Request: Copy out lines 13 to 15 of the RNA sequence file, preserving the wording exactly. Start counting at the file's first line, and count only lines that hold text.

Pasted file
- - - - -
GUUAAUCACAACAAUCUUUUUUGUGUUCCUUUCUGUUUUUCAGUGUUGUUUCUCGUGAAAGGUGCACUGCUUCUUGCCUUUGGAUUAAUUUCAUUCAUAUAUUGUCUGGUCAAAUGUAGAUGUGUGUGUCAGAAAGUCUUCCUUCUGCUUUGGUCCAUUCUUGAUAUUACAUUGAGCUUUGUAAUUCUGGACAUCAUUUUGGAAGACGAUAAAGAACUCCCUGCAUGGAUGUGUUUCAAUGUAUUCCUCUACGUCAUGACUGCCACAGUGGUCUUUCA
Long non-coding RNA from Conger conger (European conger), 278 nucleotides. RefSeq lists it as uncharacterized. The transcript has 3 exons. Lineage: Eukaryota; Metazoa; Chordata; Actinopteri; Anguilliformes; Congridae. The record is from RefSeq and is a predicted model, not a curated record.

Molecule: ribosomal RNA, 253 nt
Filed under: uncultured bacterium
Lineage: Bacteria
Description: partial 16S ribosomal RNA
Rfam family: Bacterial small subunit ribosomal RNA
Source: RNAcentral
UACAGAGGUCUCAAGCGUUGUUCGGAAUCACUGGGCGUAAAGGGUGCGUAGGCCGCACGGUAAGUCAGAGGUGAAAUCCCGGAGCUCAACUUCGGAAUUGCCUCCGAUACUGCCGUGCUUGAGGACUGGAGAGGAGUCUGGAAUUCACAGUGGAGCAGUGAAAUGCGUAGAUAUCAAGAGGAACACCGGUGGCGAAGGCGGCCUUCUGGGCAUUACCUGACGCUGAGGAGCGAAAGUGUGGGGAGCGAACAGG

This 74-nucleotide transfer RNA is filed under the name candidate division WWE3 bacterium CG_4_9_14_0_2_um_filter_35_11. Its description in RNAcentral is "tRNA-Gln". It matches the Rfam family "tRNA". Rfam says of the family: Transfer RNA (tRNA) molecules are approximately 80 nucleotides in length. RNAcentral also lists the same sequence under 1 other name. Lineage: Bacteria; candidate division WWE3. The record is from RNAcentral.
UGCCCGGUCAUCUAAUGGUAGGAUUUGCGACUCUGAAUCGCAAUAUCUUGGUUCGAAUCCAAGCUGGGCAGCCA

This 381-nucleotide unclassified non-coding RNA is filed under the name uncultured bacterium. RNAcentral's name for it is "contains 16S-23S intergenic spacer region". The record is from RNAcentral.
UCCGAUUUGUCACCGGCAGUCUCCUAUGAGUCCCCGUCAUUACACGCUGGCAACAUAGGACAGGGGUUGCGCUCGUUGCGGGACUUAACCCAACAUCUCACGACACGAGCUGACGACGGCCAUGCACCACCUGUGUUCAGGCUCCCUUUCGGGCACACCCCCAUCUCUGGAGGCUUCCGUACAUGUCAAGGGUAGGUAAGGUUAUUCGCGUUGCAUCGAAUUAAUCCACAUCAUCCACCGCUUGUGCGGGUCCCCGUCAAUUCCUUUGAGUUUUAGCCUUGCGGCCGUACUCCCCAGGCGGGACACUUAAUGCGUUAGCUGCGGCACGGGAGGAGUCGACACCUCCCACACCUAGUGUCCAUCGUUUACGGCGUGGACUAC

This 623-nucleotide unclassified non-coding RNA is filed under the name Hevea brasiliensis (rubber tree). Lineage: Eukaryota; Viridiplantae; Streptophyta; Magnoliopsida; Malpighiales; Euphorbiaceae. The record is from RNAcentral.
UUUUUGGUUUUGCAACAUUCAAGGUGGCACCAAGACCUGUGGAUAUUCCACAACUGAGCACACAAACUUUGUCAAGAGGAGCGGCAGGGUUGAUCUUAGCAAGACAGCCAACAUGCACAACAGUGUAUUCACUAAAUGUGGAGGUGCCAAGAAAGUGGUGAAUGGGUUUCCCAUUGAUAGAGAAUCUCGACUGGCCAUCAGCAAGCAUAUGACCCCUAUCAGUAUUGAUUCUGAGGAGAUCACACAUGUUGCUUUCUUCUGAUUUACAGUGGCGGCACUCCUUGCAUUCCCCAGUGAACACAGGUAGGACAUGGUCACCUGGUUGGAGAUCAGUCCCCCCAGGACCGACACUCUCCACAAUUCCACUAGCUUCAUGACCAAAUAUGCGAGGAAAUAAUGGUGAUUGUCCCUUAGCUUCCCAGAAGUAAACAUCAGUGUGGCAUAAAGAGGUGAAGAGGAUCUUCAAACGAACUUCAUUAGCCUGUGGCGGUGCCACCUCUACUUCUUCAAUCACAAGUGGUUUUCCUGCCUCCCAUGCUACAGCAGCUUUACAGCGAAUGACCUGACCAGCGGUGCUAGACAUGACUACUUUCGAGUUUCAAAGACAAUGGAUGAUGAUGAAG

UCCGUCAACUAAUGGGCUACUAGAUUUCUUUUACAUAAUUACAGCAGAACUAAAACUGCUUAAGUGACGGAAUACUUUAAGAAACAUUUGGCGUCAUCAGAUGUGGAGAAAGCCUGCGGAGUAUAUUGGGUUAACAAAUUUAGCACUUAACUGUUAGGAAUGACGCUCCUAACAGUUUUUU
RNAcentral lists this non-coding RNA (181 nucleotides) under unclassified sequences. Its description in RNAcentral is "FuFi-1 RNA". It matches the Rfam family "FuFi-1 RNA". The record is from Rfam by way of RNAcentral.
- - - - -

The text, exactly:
UCCGAUUUGUCACCGGCAGUCUCCUAUGAGUCCCCGUCAUUACACGCUGGCAACAUAGGACAGGGGUUGCGCUCGUUGCGGGACUUAACCCAACAUCUCACGACACGAGCUGACGACGGCCAUGCACCACCUGUGUUCAGGCUCCCUUUCGGGCACACCCCCAUCUCUGGAGGCUUCCGUACAUGUCAAGGGUAGGUAAGGUUAUUCGCGUUGCAUCGAAUUAAUCCACAUCAUCCACCGCUUGUGCGGGUCCCCGUCAAUUCCUUUGAGUUUUAGCCUUGCGGCCGUACUCCCCAGGCGGGACACUUAAUGCGUUAGCUGCGGCACGGGAGGAGUCGACACCUCCCACACCUAGUGUCCAUCGUUUACGGCGUGGACUAC

This 623-nucleotide unclassified non-coding RNA is filed under the name Hevea brasiliensis (rubber tree). Lineage: Eukaryota; Viridiplantae; Streptophyta; Magnoliopsida; Malpighiales; Euphorbiaceae. The record is from RNAcentral.
UUUUUGGUUUUGCAACAUUCAAGGUGGCACCAAGACCUGUGGAUAUUCCACAACUGAGCACACAAACUUUGUCAAGAGGAGCGGCAGGGUUGAUCUUAGCAAGACAGCCAACAUGCACAACAGUGUAUUCACUAAAUGUGGAGGUGCCAAGAAAGUGGUGAAUGGGUUUCCCAUUGAUAGAGAAUCUCGACUGGCCAUCAGCAAGCAUAUGACCCCUAUCAGUAUUGAUUCUGAGGAGAUCACACAUGUUGCUUUCUUCUGAUUUACAGUGGCGGCACUCCUUGCAUUCCCCAGUGAACACAGGUAGGACAUGGUCACCUGGUUGGAGAUCAGUCCCCCCAGGACCGACACUCUCCACAAUUCCACUAGCUUCAUGACCAAAUAUGCGAGGAAAUAAUGGUGAUUGUCCCUUAGCUUCCCAGAAGUAAACAUCAGUGUGGCAUAAAGAGGUGAAGAGGAUCUUCAAACGAACUUCAUUAGCCUGUGGCGGUGCCACCUCUACUUCUUCAAUCACAAGUGGUUUUCCUGCCUCCCAUGCUACAGCAGCUUUACAGCGAAUGACCUGACCAGCGGUGCUAGACAUGACUACUUUCGAGUUUCAAAGACAAUGGAUGAUGAUGAAG